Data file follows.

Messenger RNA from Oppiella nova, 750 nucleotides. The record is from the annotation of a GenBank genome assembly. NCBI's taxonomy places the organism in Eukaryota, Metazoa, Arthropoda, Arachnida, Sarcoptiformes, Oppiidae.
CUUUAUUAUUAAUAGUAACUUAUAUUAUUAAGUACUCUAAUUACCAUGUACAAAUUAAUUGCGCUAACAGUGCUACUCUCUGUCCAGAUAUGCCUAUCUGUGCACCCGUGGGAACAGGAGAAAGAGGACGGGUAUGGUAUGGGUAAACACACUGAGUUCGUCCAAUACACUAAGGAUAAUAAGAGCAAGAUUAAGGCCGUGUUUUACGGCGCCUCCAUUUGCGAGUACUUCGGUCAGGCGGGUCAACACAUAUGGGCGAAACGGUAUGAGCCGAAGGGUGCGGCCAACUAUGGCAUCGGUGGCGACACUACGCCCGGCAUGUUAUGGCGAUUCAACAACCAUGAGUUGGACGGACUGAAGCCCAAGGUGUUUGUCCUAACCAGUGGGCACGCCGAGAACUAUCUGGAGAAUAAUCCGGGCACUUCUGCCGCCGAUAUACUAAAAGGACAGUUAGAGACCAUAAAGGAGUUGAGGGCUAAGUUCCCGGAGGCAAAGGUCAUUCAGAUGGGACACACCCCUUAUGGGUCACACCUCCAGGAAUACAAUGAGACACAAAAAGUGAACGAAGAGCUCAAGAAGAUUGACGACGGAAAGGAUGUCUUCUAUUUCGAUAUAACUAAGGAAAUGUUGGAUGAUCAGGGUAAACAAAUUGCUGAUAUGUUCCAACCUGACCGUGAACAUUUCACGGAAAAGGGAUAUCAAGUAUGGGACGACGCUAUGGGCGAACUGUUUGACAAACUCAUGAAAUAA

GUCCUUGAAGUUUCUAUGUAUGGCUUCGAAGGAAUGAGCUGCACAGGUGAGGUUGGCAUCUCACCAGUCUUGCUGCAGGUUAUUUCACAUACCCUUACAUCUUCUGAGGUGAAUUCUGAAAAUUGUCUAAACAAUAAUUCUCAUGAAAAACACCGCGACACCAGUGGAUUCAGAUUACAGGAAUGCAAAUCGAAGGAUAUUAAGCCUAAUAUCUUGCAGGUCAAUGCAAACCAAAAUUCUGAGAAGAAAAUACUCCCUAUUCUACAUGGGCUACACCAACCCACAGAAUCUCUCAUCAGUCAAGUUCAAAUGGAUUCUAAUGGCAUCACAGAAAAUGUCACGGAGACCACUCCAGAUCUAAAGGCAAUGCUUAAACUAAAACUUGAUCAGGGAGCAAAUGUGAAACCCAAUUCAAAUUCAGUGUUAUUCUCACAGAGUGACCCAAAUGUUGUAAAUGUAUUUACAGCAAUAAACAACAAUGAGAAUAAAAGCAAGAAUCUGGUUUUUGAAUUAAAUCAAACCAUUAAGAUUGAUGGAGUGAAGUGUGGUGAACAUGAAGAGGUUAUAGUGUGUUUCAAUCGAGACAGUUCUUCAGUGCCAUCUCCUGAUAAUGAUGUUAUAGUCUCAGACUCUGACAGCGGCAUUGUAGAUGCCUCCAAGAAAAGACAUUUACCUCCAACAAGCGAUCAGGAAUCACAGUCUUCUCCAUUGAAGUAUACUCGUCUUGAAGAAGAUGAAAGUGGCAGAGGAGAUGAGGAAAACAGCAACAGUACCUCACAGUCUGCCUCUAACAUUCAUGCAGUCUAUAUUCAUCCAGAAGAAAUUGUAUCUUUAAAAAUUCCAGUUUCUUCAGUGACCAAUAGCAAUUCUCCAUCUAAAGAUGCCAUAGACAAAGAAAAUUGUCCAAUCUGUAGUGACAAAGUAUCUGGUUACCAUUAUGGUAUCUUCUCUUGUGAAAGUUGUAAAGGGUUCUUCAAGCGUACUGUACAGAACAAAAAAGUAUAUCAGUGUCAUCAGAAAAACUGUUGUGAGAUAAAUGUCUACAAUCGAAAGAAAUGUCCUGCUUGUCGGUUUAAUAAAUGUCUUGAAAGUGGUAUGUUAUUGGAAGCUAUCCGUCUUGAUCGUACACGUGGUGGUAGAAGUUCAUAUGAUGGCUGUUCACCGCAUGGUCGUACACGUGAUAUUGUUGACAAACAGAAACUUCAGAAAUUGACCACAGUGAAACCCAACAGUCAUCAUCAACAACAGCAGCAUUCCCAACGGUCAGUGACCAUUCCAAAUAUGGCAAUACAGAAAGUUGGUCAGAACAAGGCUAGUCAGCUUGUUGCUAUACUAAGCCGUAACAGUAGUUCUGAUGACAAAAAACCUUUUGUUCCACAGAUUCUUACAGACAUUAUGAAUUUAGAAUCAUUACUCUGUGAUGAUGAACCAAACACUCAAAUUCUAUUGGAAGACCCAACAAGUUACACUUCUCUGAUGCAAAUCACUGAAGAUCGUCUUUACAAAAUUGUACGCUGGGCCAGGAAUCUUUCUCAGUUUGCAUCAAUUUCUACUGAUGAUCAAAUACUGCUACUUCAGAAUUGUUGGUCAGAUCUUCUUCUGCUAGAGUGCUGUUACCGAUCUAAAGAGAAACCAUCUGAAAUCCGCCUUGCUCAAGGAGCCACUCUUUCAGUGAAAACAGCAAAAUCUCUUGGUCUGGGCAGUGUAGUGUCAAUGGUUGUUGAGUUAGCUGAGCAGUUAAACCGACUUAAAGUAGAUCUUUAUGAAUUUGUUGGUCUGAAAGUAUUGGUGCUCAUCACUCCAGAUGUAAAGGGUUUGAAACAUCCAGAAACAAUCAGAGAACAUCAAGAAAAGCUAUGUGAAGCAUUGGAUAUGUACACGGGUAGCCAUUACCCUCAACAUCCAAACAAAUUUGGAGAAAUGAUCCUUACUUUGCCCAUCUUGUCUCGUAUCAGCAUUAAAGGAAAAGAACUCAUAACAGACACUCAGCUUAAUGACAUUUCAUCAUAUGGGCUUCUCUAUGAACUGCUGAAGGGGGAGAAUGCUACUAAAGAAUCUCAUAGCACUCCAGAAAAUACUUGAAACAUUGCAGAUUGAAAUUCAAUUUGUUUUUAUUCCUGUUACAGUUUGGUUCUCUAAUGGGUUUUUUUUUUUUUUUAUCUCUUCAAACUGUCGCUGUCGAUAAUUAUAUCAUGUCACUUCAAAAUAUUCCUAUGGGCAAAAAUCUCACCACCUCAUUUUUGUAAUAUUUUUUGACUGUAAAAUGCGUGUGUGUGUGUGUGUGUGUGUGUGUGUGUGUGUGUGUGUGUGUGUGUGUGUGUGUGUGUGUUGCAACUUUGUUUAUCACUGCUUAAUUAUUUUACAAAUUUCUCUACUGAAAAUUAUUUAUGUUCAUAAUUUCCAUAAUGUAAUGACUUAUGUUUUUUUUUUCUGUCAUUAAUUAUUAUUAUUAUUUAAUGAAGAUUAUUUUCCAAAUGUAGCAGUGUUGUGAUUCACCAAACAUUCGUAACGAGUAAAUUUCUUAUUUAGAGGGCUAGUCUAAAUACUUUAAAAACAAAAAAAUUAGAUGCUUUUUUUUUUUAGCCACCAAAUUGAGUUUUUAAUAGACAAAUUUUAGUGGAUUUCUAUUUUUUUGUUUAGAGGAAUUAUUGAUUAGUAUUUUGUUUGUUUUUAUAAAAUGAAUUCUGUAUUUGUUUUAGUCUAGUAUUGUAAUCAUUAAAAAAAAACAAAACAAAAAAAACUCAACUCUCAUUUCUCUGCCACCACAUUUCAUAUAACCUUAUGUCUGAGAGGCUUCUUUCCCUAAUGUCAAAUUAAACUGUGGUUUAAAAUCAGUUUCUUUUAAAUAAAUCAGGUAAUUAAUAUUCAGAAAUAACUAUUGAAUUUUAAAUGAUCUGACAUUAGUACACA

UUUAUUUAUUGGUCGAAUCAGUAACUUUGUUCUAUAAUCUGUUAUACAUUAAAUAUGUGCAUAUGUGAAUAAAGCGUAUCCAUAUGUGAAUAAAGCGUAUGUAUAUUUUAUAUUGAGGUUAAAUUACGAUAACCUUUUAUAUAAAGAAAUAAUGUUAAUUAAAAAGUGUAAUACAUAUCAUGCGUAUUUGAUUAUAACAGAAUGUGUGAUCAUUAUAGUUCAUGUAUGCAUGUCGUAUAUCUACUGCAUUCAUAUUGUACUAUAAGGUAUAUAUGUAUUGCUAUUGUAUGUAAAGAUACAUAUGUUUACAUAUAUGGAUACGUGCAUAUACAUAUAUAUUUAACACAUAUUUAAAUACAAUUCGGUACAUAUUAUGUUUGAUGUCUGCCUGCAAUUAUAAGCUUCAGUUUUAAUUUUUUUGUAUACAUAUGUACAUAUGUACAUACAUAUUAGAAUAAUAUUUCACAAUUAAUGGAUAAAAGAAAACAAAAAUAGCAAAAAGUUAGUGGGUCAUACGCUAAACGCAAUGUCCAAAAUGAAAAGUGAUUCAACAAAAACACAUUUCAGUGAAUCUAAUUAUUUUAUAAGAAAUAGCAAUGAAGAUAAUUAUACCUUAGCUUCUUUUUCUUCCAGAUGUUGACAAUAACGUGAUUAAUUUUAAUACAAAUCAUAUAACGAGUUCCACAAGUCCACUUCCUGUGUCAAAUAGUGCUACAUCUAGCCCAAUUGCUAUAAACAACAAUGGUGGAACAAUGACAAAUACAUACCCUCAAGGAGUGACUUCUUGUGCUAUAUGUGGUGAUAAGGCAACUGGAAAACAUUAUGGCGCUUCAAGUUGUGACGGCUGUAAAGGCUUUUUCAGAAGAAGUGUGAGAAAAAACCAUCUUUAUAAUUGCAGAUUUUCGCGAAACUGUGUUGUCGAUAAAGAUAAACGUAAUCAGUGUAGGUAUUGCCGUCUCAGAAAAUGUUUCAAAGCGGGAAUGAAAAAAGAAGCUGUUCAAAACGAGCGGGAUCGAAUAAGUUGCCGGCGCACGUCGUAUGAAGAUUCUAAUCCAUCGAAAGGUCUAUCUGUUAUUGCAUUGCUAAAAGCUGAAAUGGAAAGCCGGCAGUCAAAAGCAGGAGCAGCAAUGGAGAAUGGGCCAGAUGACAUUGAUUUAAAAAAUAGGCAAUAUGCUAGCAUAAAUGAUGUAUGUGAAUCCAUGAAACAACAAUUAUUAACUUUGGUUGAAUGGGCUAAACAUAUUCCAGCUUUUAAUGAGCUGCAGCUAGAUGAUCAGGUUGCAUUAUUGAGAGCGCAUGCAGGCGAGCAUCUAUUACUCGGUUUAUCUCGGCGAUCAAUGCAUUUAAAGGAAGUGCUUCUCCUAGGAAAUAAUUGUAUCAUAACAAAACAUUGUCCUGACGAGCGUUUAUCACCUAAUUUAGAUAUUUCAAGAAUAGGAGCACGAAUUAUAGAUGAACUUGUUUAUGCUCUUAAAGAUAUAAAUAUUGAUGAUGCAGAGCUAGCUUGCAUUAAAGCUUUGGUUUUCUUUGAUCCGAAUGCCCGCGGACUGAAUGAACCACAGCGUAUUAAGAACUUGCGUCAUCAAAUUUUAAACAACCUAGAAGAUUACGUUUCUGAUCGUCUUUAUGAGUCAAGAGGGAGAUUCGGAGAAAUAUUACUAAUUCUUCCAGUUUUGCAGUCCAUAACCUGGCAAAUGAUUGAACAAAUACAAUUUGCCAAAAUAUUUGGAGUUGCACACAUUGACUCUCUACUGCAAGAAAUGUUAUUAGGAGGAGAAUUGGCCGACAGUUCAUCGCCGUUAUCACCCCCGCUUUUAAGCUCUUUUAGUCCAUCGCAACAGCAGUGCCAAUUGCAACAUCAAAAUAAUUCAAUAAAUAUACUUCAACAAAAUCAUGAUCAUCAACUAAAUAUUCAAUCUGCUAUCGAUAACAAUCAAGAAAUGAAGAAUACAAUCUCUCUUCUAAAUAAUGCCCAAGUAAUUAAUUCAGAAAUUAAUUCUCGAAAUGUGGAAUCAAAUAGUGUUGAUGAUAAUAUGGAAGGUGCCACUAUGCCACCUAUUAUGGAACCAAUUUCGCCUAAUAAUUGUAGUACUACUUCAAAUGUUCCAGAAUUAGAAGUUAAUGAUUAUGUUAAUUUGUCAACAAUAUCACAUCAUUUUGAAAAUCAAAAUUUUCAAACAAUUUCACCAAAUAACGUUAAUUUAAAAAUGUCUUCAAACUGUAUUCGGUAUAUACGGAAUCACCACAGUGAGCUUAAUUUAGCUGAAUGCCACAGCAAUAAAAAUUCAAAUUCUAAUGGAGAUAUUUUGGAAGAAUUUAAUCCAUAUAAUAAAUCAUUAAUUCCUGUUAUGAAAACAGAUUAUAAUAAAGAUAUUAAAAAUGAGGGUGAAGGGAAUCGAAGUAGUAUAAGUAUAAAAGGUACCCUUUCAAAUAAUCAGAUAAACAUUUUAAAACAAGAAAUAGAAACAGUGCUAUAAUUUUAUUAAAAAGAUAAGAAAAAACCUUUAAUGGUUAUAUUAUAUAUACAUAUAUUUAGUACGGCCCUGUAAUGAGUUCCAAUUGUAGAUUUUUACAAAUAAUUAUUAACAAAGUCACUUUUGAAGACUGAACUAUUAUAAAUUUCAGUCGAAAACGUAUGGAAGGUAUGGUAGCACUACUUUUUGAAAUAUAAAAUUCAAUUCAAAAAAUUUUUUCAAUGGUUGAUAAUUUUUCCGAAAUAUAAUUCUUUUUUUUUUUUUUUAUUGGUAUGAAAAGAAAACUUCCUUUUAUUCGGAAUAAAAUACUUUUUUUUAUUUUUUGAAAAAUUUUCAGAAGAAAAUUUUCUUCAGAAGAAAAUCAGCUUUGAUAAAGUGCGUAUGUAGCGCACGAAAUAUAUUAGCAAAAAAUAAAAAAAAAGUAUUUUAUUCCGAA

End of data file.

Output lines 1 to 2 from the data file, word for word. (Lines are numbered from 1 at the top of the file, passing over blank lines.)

Messenger RNA from Oppiella nova, 750 nucleotides. The record is from the annotation of a GenBank genome assembly. NCBI's taxonomy places the organism in Eukaryota, Metazoa, Arthropoda, Arachnida, Sarcoptiformes, Oppiidae.
CUUUAUUAUUAAUAGUAACUUAUAUUAUUAAGUACUCUAAUUACCAUGUACAAAUUAAUUGCGCUAACAGUGCUACUCUCUGUCCAGAUAUGCCUAUCUGUGCACCCGUGGGAACAGGAGAAAGAGGACGGGUAUGGUAUGGGUAAACACACUGAGUUCGUCCAAUACACUAAGGAUAAUAAGAGCAAGAUUAAGGCCGUGUUUUACGGCGCCUCCAUUUGCGAGUACUUCGGUCAGGCGGGUCAACACAUAUGGGCGAAACGGUAUGAGCCGAAGGGUGCGGCCAACUAUGGCAUCGGUGGCGACACUACGCCCGGCAUGUUAUGGCGAUUCAACAACCAUGAGUUGGACGGACUGAAGCCCAAGGUGUUUGUCCUAACCAGUGGGCACGCCGAGAACUAUCUGGAGAAUAAUCCGGGCACUUCUGCCGCCGAUAUACUAAAAGGACAGUUAGAGACCAUAAAGGAGUUGAGGGCUAAGUUCCCGGAGGCAAAGGUCAUUCAGAUGGGACACACCCCUUAUGGGUCACACCUCCAGGAAUACAAUGAGACACAAAAAGUGAACGAAGAGCUCAAGAAGAUUGACGACGGAAAGGAUGUCUUCUAUUUCGAUAUAACUAAGGAAAUGUUGGAUGAUCAGGGUAAACAAAUUGCUGAUAUGUUCCAACCUGACCGUGAACAUUUCACGGAAAAGGGAUAUCAAGUAUGGGACGACGCUAUGGGCGAACUGUUUGACAAACUCAUGAAAUAA